The sermons in Acts were not given in a vacuum. When Peter preached Acts 2, he did it under the assumption that salvation was only for the Jews! And not even all the Jews, but only those Jews and Jewish converts “whom the Lord God would call.” (Acts 2:38)
The Jewish religion was steeped in the doctrine of election. From its very inception, God made certain the Israelites knew that He had chosen only them from all the families of the earth (Deuteronomy 7:6, Amos 3:2). This was the very problem the Pharisees faced when they confronted John the Baptist. They thought they were safe, because they were children of Abraham.
Election was not something unknown in the days of the apostles. Far, far from it. Election was in and behind everything the apostles said and did. Jewish election was even widely known among the Pagan Gentiles, who knew all too well from listening to the Jews that none but the Jew could be saved. This idea of Jewish exceptionalism gave the Roman state huge headaches. The Jews refused to go along quietly with Roman occupation, even though Roman occupation meant great wealth and a better life. And the reason they refused to go along with Roman occupation was because they believed themselves to be the chosen people. All of Palestine and Roman territories east of Jerusalem were drenched in Jewish predestination. Everywhere where there was a synagogue, you’d better believe election was being taught.
Hence the name for Gentile converts to Judaism – “the far off ones”. Such converts were even required to sit at the back of the synagogue during service. This was the background against which Acts was written. This was the background against which Acts was preached.
Eph 2:17 And He came and preached peace to you who were near, and peace to you who were far off. (Jews and Gentiles)
Wanting the believers in Rome to know what gospel he preached, Paul composed an epistle of which chapters 9, 10 and 11 were included. If election and particular atonement were not part of the gospel preached, then why did Paul preach them?
John 10:26 you do not believe because you are not My sheep
John 10:11 I am the Shepherd, the Shepherd came to lay His life down for the sheep.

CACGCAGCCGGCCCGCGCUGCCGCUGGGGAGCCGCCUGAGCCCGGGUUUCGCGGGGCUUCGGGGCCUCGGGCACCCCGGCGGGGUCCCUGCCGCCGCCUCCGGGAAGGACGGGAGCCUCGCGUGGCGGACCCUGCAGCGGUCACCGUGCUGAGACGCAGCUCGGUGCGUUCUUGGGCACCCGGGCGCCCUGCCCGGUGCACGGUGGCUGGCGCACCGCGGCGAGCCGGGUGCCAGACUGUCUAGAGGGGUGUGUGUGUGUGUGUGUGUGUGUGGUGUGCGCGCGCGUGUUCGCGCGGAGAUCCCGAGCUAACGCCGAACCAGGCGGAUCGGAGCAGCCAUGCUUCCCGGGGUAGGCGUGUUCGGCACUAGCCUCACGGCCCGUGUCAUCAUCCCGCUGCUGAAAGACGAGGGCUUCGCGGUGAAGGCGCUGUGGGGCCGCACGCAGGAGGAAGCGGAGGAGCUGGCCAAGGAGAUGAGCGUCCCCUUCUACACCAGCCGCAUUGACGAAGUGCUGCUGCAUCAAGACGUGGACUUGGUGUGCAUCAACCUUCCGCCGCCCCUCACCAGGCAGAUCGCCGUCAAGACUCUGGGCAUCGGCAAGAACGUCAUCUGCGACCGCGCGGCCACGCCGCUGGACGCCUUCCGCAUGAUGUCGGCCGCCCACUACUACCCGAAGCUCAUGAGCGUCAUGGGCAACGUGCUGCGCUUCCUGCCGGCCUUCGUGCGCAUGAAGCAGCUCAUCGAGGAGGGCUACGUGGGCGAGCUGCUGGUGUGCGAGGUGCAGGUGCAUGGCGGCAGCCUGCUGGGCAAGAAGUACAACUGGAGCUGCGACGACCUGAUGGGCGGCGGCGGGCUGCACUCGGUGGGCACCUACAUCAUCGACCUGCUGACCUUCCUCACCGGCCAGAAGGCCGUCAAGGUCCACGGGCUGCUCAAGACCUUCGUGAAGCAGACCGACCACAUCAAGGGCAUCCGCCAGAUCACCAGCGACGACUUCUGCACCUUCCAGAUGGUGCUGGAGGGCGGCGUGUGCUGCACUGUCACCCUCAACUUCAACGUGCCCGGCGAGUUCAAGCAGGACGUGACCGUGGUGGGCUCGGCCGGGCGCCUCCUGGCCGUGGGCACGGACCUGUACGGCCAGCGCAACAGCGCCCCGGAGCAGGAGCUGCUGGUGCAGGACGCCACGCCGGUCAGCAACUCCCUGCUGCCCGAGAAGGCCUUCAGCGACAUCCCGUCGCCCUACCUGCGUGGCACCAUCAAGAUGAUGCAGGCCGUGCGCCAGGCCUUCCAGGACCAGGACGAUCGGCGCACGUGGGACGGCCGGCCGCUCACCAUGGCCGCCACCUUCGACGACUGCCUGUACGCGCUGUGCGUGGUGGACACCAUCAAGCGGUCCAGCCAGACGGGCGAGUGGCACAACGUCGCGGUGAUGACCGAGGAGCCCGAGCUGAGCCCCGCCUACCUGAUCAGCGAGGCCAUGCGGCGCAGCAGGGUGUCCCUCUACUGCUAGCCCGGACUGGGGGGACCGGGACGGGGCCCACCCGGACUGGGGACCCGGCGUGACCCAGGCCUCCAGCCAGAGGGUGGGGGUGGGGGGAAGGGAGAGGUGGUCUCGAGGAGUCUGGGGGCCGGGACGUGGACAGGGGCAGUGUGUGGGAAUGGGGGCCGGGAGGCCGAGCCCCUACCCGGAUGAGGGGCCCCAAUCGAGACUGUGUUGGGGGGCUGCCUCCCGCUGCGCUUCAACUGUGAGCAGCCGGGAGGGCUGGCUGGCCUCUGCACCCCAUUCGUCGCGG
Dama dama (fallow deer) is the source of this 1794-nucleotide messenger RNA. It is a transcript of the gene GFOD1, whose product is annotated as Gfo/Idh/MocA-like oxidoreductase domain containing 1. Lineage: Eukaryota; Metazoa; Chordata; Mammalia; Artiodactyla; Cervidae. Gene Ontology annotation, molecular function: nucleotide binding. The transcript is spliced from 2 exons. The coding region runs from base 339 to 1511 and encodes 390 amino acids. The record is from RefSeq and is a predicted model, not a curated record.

Recall the clash between the Pharisees and Christ. It was over this very idea, “we are of our father Abraham.” Christ’s warning was the same as that of the Baptist’s. It was that election according to the flesh meant nothing, for God can raise even stones up to be children of Abraham. Rather, there was another election, an election even of Jews and Gentiles, an election unto salvation in Christ. This is what angered the Jewish leaders, and this is why they gave Paul and the Galatians such grief. This other election, this election in Christ, it silenced forever everything that made the Jews different from their Gentile neighbors – the sacrifices, circumcision, the Temple, etc. The Jewish leaders hated this. Paul himself hated it before he was converted (Phil 3). Everything he had counted as his righteousness were things that separated him from the non-elect, reprobate Gentiles. A Hebrew of Hebrews, of the tribe of Benjamin, circumcised the eighth day, etc, etc.
People who read election and particular atonement out of Acts are treating the book as an a-historical work of myth and legend. They are treating it like the Hindu books of the dead or the writings of the Tao. But the events recorded in Acts really did happen, and they happened to real people who lived at a real moment in time, within a real culture that was heavily influenced by a real religion. These facts are also part of God’s word, because it was in the fullness of time that God sent forth His Son, a fullness in which the Jewish religion, culture and society had reached its pinnacle.